So what do you when specialists fail? Well, the answer to this comes from an unexpected source, nothing to do with medicine.

The answer is: THE CHECKLIST

On Oct 30, 1985, a massive plane that carries 5x more bombs roared and lifted off from the airport in Dayton, Ohio and then crashed. The reason cited was “Pilot error”. A newspaper reported, “this was too much airplane for one man to fly”. Boeing the maker of this plane nearly went bankrupt.

So, how did they fix this issue? By creating a pilot’s checklist, as flying a new plane was too complicated to be left to the memory of any one person, however expert. The result: 1.8 million miles without one accident!

In a complex environment, experts are against two main difficulties: (1) Fallibility of human memory, especially when it comes to mundane/routine matters which are easily overlooked when you are strained to look at other pressing matters of hand (2) Skipping steps even when you remember them, as we know that certain steps in a complex process don’t matter.

Checklists seem to provide against such failures and instill a kind of discipline of higher performance.

Peter Provonost in 2001 decided to give a doctor’s checklist a try to tackle central line infections in ICU. So what was the result after one year of usage? Checklist prevented 43 infections and 8 deaths and saved USD 2M! In another experiment, it was noticed that patients not receiving recommended care dipped from 70% to 4% and pneumonia fell by a quarter and 21 fewer parents died.

In a bigger implementation titled the “Keystone Initiative” (2006) involving more hospitals of 18-month duration, the results were stunning- USD 17M saved, 1500+ lives saved!

ALL BECAUSE OF A STUPID CHECKLIST!

So where am I heading? As a Test Practitioner, I am always amazed at how we behave like cowboys and miss simple issues causing great consternation to the customer and users. Here again, it is not about lack of knowledge, it is more often about carelessness. Some of the issues are so silly, that they can be prevented by the developer while coding, and certainly does not demand to test by a professional. This is where a checklist turns out to be very useful.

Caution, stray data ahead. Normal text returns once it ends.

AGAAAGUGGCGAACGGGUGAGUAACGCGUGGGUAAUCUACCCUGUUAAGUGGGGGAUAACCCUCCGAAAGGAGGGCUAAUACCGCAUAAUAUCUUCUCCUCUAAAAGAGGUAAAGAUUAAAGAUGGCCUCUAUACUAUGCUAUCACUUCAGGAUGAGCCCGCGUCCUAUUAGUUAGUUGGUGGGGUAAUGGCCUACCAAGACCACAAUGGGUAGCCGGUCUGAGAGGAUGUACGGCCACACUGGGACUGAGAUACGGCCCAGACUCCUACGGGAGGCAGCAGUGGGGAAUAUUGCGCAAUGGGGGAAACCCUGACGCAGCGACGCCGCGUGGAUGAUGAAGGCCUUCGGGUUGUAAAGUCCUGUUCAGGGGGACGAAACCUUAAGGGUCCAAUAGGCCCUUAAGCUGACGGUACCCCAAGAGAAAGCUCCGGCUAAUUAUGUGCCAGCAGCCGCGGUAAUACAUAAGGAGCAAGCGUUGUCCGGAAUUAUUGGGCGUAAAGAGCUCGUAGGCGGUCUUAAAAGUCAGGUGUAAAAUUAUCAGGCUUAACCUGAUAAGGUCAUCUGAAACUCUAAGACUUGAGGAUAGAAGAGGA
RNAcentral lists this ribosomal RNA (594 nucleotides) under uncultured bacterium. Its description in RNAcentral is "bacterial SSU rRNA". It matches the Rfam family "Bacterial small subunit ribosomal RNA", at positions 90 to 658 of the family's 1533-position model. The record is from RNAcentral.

In an engagement with a product company, I noticed that one of the products has a product backlog of ~1000 issues found both internally and by the customer. Doing HBT level-wise analysis, we found that ~50% of the issues could have been caught/prevented by the developer preventing the vicious cycle of fix and re-test. A simple checklist used in a disciplined manner can fix this.

So how did the checklists help in the field of medicine or aviation? They helped in memory recall of clearly set out minimum necessary steps of the process. They established a standard for higher baseline performance.

Yes! HIGHER BASELINE PERFORMANCE. Yes, this is what a STUPID CHECKLIST CAN DO!

So how can test practitioners become smarter to deliver more with less? One way is to instill discipline and deliver baseline performance. I am sure we all use some checklist or other but still find results a little short.

So how can I make an effective checklist and see a higher performance ? Especially in this rapid Agile Software world?

This will be the focus of my second part of this article to follow. Checklists can be used in many areas of software testing, I will focus in my next article on ‘How to prevent simple issues that plague developers making the tester a sacrificial goat for customer ire by using a simple “shall we say unit testing checklist”.

Related article: Design checklists to “Do, Sync & Act”